What do we do with the computers that surround us? And what do we see on their screens? Three games help understand the nature of ‘interaction’ as the interplay of controlling and being controlled by symbolic representations – that are created in action.
In 1968, Valie Export presented the installation ping pong, a film to be played using a paddle and a ball. At the same time, Ralf Bear constructed the Brown Box – the prototype of a game that later would be named Pong, featuring similar game play: hitting a bright spot on screen with an, albeit virtual, paddle. These two ping pong games strangely reflect a third ‘game’, set up by Norbert Wiener in 1941: an experimental system in which a person had to hit a white spot of light projected onto a wall using a second spot, controlled by a joystick.
ping pong was meant as a critique on the dispositif of cinema but also anticipated the format of interactive media art installations to come. As such a transitory piece between old and new media, its criticism of cinema as an apparatus of control anticipated much of the later critique of interactive media that speaks of “conditioning of a viewer through a work” (Daniels 176), behaviorism and illusion.
Unlike ping pong, the Brown Box technologically couples human action to visual representation, yielding a system in the tradition of the feedback systems from the era of “classical control theory” (Bennett). But commercial success did not arrive until this analog system was re-created as a digital computer and named Pong. This shift changed the man-machine coupling from direct, causal and indexical, to indirect, conventional and symbolic – or illusionary.
Wiener’s experiment also is part of the era of classical control. It was built to test the famous anti-aircraft predictor: a machine to predict the movement of an airplane. Its core was a feedback mechanism, constantly adjusting predicted to observed behaviour. Although it ultimately failed, it later served as a powerful narrative backing the idea of Cybernetics as a universal science of feedback (Scherffig). But who is controlling the course of an airplane under fire: the pilot evading fire or the gun operator producing it? Generally, the closed loops of feedback yield ‘circular causality’. Causes are distributed and effects only emerge as stable patterns within the behaviour of the whole, rendering the very idea of agency problematic.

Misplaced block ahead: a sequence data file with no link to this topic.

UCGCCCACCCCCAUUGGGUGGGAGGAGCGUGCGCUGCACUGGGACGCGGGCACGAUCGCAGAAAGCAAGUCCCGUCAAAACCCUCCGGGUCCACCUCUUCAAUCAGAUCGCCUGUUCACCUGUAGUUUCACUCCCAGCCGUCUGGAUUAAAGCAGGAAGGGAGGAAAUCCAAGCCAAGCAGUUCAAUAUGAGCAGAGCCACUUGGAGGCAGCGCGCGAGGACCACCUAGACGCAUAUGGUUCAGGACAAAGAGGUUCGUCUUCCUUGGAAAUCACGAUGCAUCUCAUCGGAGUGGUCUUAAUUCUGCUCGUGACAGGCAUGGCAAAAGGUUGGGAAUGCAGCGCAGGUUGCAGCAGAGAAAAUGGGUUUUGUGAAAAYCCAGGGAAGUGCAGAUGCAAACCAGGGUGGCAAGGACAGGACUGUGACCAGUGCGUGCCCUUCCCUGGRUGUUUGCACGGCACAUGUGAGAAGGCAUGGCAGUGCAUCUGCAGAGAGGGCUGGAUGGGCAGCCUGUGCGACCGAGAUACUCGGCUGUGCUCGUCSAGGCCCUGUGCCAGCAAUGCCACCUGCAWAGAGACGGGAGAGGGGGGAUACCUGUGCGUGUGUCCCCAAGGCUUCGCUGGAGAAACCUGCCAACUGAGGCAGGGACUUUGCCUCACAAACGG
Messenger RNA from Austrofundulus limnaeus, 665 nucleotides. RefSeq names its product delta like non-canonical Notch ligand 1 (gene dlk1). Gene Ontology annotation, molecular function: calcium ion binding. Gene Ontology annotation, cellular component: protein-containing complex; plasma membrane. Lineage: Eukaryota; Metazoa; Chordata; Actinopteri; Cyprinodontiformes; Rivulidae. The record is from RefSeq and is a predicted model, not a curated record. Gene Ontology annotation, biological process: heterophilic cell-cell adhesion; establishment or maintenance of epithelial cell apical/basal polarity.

In Pong, these two developments converge: an analog feedback system is translated into the digital domain yielding a paradigmatic case of ‘interaction’. Pong hence is an early specimen of a new type of machine uniting the Universal Turing Machine with the control principle of feedback: the Feedback Machine.
The convergence of these traditions implies their respective problems. As digital machines, Feedback Machines use symbolic, illusionary representations. As feedback systems, they exhibit circular causality. They thus are not simply mechanisms controlling behaviour but equally are controlled by it. The stable patterns emerging in feedback systems by Heinz von Foerster have been described as ‘objects’. The objects at the interface hence may not solely be described as symbolic significations specifying behaviour, they also are enacted through being acted upon – within the dynamics of computation and control, and oscillating between conditioning and freedom.
Bennett, Stuart.“A brief history of automatic control.“ IEEE Control Systems 16.3 (1996): 17-25. Print.
Daniels, Dieter. “Strategies of Interactivity.“ Media Art Interaction – The 1980s and 1990s in Germany. Ed. Rudolf Frieling and Dieter Daniels. Wien/New York: Springer, 2000. 170-199. Print.
Scherffig, Lasse. “The human being as a servo. Von feedback control zur Kybernetik.“ Informatik 2009 – im Fokus das Leben. Ed. Stefan Fischer, Erik Maehle and Rüdiger Reischuk. Bielefeld: GI, 2009. 766-776. Print.
von Foerster, Heinz. “Gegenstände: greifbare Symbole für Eigen-Verhalten.“ Wissen und Gewissen, Versuch einer Brücke. Ed. Siegfried J. Schmidt. Frankfurt a. M.: Suhrkamp, 1993. Print.